Dangerous in Charge

By: Sidney Bristol
Aegis Group Alpha Team 5


WEDNESDAY. KYLE MARTIN’S Home, Seattle, Washington.

Kyle Martin swept the basket of condolence cards into the metal garbage bin. A week was long enough to put on this show. He didn’t owe that bastard he’d called Dad anything else. Not a moment of grief, anger, nothing.

The people who wrote the cards, they were the same ones who’d looked at a little boy with a broken arm and accepted whatever lie Dad told them. They were the same ones who averted their eyes when Dad put his cigarette out using Kyle’s shirt, or whatever was closest. And worst of all they’d smiled when Dad called Mom names or belittled her because of her disability.

“Want me to take that out back?” Grant Anderson hauled another bag of garbage toward the door.

“I’ve got this.” Kyle stared at the glittering heart on a card at the top of the pile.

Their sympathy was fake just like the smiles and empty words they’d offered when Mom died. Funny, back then Kyle had thought her death meant his ties to the family were cut. Dad wanted nothing to do with him, which was mutual.

Kyle turned and followed in Grant’s wake out through the garage apartment door and into the backyard.

A third man, Shane Yates, sat by the flames, keeping an eye on them.

Grant hauled the bags to the overflowing garbage bins while Kyle went straight for the fire. He sat in one of the Adirondack chairs and flicked a card into the flames. He knew better than to dump the whole basket into the pit.

“How goes?” Shane asked.

“We’re down to furniture and carpet.” Grant pulled the mask up off his face. “I don’t know what you’ll do about the smell.”

Kyle tossed a few more cards on the pile then turned to look at the converted garage apartment Dad had called home until the very end.

What was he going to do with that place?

“You could always turn it back into a garage, I guess?” Grant sat in the third chair, elbows on his knees.

He’d been smart and brought gloves to help with the clean out. Kyle was fairly certain he’d never get the stench of cigarettes out of his hair and skin. He examined his hands and blackened nails. He’d foolishly tried to clean the tar off the walls in the beginning with a scrub brush.

“Is it against city ordinance to just burn it down?” He glanced at Grant, the more likely of the two to answer.

“That’s arson.” Grant leaned back in his chair.

“Fuck.” Kyle tossed more cards onto the flames.

“How long has the boss sidelined you?” Grant asked.

“Four weeks.” Kyle grimaced.

“Shit. Better watch out. Shane here might give you wedding duties.” Grant thumbed at Shane who merely rolled his eyes.

“If I can do anything, let me know.” Kyle shrugged.

Dealing with Dad’s death was bad enough. Now that the funeral was over, Kyle wanted nothing more than to get to work. Returning to his routine would help more than time off. Work had always been the thing that helped him deal with the rest of his life. Without that, he needed something to keep him busy for the next three weeks.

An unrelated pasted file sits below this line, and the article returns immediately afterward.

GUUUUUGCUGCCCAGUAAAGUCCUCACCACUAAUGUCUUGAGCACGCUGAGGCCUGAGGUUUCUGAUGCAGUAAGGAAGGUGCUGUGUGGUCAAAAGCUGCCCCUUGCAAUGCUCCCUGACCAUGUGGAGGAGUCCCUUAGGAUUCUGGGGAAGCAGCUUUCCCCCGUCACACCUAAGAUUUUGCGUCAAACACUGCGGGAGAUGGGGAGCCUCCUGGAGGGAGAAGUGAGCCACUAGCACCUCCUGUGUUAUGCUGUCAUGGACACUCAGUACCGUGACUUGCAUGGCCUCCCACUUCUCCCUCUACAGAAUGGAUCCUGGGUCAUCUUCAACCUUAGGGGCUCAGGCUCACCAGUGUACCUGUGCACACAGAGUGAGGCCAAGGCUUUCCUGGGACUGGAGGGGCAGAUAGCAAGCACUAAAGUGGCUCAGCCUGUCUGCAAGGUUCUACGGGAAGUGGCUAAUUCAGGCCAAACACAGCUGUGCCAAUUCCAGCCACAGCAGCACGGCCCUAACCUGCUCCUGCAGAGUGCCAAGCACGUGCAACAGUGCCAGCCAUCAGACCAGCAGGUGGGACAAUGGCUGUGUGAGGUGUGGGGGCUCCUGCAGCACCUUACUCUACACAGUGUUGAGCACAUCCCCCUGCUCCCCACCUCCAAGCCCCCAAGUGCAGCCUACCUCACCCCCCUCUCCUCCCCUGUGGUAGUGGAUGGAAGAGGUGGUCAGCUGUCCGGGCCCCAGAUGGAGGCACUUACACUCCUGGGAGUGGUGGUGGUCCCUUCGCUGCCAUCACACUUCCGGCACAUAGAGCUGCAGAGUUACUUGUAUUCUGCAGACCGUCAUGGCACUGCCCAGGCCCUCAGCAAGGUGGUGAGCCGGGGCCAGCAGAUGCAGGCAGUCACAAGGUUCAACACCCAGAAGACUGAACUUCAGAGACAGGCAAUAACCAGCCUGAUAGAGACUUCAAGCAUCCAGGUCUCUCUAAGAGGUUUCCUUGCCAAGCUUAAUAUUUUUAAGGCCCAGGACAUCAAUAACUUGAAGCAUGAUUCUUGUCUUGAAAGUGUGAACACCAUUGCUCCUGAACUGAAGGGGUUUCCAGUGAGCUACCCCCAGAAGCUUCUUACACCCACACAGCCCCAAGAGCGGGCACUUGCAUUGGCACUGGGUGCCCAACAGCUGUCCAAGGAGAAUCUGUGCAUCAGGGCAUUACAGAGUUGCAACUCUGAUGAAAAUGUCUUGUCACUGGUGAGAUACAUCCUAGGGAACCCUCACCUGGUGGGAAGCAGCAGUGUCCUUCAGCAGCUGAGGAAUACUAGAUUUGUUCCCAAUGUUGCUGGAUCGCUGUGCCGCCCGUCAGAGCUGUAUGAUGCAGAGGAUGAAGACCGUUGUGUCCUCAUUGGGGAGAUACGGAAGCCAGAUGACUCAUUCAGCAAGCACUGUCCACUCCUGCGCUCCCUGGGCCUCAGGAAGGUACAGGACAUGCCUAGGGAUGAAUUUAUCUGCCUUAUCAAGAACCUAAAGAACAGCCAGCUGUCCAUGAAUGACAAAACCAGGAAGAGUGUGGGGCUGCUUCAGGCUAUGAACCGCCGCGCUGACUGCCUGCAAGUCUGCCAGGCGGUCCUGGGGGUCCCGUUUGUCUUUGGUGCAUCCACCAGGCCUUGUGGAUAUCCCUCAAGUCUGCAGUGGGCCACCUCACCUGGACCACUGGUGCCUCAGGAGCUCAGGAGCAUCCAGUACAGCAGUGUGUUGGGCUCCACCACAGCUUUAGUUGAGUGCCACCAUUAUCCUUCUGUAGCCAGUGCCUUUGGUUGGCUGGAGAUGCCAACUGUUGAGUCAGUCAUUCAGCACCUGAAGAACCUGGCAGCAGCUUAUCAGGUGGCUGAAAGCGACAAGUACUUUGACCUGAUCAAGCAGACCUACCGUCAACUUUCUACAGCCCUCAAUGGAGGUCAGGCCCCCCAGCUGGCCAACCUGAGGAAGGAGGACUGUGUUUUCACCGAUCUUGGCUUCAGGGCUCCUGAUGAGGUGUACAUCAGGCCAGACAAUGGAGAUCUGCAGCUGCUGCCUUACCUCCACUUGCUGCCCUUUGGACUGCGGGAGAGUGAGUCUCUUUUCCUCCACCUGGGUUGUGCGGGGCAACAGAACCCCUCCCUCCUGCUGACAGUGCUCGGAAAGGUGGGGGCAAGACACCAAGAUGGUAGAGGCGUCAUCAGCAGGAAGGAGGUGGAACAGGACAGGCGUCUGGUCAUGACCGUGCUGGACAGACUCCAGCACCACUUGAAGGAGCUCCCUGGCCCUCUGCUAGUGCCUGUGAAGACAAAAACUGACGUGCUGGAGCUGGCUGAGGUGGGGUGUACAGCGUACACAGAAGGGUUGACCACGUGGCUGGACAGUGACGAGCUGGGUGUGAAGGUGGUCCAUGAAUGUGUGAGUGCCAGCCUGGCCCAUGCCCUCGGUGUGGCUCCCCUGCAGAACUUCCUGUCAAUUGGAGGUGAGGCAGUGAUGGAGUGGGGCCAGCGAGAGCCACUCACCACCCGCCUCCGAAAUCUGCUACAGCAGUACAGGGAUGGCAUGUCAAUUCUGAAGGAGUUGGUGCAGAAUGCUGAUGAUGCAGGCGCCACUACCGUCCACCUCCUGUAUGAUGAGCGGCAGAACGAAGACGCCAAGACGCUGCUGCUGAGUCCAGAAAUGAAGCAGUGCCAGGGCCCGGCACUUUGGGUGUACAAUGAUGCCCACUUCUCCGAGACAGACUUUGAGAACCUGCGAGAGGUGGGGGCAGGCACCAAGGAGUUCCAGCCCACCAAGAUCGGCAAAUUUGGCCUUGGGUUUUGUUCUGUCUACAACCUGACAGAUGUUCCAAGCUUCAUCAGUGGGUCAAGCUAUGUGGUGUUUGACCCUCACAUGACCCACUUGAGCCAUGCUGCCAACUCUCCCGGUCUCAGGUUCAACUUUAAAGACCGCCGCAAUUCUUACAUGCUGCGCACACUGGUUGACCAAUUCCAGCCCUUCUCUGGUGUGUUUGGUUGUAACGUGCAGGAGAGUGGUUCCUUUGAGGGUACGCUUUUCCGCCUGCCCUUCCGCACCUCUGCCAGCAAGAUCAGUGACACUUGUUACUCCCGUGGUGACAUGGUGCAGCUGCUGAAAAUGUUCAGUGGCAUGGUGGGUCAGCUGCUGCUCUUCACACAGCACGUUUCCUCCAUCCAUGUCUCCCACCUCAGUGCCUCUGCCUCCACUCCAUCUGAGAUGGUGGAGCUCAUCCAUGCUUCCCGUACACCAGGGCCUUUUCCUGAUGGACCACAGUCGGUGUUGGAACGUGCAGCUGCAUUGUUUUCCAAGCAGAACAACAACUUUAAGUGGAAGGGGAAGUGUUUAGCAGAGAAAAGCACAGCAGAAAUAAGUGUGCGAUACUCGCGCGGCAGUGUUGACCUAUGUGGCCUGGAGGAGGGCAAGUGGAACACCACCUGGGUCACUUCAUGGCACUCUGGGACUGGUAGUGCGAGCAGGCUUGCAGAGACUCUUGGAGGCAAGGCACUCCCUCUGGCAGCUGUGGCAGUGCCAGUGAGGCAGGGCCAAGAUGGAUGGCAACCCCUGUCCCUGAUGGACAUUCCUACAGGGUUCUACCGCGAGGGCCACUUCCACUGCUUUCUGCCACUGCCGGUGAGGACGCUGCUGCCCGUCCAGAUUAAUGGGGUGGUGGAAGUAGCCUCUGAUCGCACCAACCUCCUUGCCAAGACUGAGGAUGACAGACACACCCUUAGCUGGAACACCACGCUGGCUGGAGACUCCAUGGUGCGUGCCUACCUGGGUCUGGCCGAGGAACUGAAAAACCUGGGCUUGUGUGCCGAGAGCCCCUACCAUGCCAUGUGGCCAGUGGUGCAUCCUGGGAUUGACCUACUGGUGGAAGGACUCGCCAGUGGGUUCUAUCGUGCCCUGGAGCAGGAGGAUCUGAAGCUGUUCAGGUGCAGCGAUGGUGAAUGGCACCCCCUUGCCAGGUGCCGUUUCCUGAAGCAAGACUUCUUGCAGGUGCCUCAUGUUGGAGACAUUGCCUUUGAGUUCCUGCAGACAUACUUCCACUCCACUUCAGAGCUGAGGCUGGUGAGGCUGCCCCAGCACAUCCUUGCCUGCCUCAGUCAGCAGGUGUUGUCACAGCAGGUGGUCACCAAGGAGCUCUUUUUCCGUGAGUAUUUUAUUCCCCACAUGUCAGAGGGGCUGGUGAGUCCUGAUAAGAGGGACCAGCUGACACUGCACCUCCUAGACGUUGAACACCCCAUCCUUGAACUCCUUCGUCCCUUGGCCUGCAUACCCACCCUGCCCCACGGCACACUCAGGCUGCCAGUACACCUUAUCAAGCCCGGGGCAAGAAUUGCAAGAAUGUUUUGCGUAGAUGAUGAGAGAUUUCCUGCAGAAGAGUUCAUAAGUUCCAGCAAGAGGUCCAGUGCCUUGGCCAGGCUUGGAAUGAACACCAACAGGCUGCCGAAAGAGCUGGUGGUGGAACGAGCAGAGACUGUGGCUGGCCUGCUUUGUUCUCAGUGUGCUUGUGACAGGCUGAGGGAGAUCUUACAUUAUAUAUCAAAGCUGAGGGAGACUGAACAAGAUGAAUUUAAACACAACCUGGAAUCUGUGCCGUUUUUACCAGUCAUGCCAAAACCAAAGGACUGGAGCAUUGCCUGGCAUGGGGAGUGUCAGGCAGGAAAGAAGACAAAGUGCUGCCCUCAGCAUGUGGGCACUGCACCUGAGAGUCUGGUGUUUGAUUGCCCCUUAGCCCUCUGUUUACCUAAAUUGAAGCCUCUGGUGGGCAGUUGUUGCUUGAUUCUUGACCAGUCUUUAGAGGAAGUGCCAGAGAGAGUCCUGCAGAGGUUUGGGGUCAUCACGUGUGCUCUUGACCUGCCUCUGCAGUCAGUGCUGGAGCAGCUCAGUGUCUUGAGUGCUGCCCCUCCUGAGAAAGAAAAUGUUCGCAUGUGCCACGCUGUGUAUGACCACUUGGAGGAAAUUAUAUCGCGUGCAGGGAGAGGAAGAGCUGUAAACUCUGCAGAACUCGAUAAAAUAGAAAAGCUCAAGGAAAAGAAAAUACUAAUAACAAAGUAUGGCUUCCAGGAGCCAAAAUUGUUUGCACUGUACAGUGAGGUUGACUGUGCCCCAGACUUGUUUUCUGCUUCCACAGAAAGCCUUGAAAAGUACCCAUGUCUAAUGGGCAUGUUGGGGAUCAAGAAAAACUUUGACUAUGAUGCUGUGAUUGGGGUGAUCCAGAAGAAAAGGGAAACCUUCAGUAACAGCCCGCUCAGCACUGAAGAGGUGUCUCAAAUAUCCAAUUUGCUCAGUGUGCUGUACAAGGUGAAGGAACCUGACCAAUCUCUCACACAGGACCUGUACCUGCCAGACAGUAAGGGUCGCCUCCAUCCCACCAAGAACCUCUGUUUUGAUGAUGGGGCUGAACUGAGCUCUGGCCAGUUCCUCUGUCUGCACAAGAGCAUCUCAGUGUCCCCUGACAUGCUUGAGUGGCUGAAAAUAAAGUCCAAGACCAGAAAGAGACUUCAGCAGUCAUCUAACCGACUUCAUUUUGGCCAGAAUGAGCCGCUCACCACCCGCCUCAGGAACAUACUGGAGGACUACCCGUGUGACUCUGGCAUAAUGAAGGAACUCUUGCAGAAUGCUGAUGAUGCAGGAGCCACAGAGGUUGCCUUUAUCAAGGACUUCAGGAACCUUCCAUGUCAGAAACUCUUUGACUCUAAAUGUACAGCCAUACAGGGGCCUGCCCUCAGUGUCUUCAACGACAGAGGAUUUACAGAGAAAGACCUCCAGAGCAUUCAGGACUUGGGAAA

Kyle could take a trip, but where would he go? And how pathetic would the life of a solo tourist be?

No, he needed to get back to work somehow.

“We hauling the furniture out front?” Grant asked.

“Yeah. I figure we put it out front with a sign and it’ll be gone before the rain rolls in this weekend.” Kyle glanced up at the still clear skies.

“I’ll help.” Shane stood and nodded at Grant.

“Looks like you’re on fire duty. Don’t burn the place down?” Grant gave him a pointed look.

Kyle presented his middle finger to Grant.

He hadn’t had the best things to say about Grant before the last two weeks. They’d done an op together that very nearly came to blows, but after the fact Kyle had come to realize Grant was right about a lot of it. Kyle hadn’t been at his best and Grant’s criticism wasn’t personal. They both wanted to do the job right and bring everyone home. Most shocking of all was that Grant was one of the first guy’s to show up and help. It changed Kyle’s opinion of the guy.

He stared at the flames eating through the broken bits of a wooden chair and a light smattering of cards.

Dad had never cared for anything or anyone. Given the state of the garage apartment, maybe Kyle should have the whole thing torn down and hauled off. All those memories, the smell—just wipe it off the planet. He wished he could do that mind. Bleach the whole thing clean and keep going.

He grabbed another handful of cards.

A blue one in the middle caught his eye.

The inside was covered in black ink, the writer chastising Kyle for not being present during his father’s final moments. That particular busybody always had something to say back in the day and now was no different.

Kyle had chosen not to be there during the final days. He’d known that Dad wouldn’t last much longer, and he’d taken every extra job he could. It was that, or smother the old man to death. What would Kyle have said if he were there, anyway?

Hurry up and die faster?

It wasn’t like Dad would suddenly change and beg forgiveness for a lifetime of wrongdoing.

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